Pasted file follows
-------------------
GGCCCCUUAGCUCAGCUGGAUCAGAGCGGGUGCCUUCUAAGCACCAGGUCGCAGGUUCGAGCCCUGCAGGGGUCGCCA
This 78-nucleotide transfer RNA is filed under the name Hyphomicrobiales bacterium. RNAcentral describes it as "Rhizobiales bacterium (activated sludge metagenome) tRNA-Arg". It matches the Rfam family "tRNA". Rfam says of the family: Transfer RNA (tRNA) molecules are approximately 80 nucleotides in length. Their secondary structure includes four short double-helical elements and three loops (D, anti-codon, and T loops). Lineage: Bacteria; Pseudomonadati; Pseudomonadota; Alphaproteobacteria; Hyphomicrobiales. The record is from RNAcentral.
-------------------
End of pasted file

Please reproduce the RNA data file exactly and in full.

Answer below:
GGCCCCUUAGCUCAGCUGGAUCAGAGCGGGUGCCUUCUAAGCACCAGGUCGCAGGUUCGAGCCCUGCAGGGGUCGCCA
This 78-nucleotide transfer RNA is filed under the name Hyphomicrobiales bacterium. RNAcentral describes it as "Rhizobiales bacterium (activated sludge metagenome) tRNA-Arg". It matches the Rfam family "tRNA". Rfam says of the family: Transfer RNA (tRNA) molecules are approximately 80 nucleotides in length. Their secondary structure includes four short double-helical elements and three loops (D, anti-codon, and T loops). Lineage: Bacteria; Pseudomonadati; Pseudomonadota; Alphaproteobacteria; Hyphomicrobiales. The record is from RNAcentral.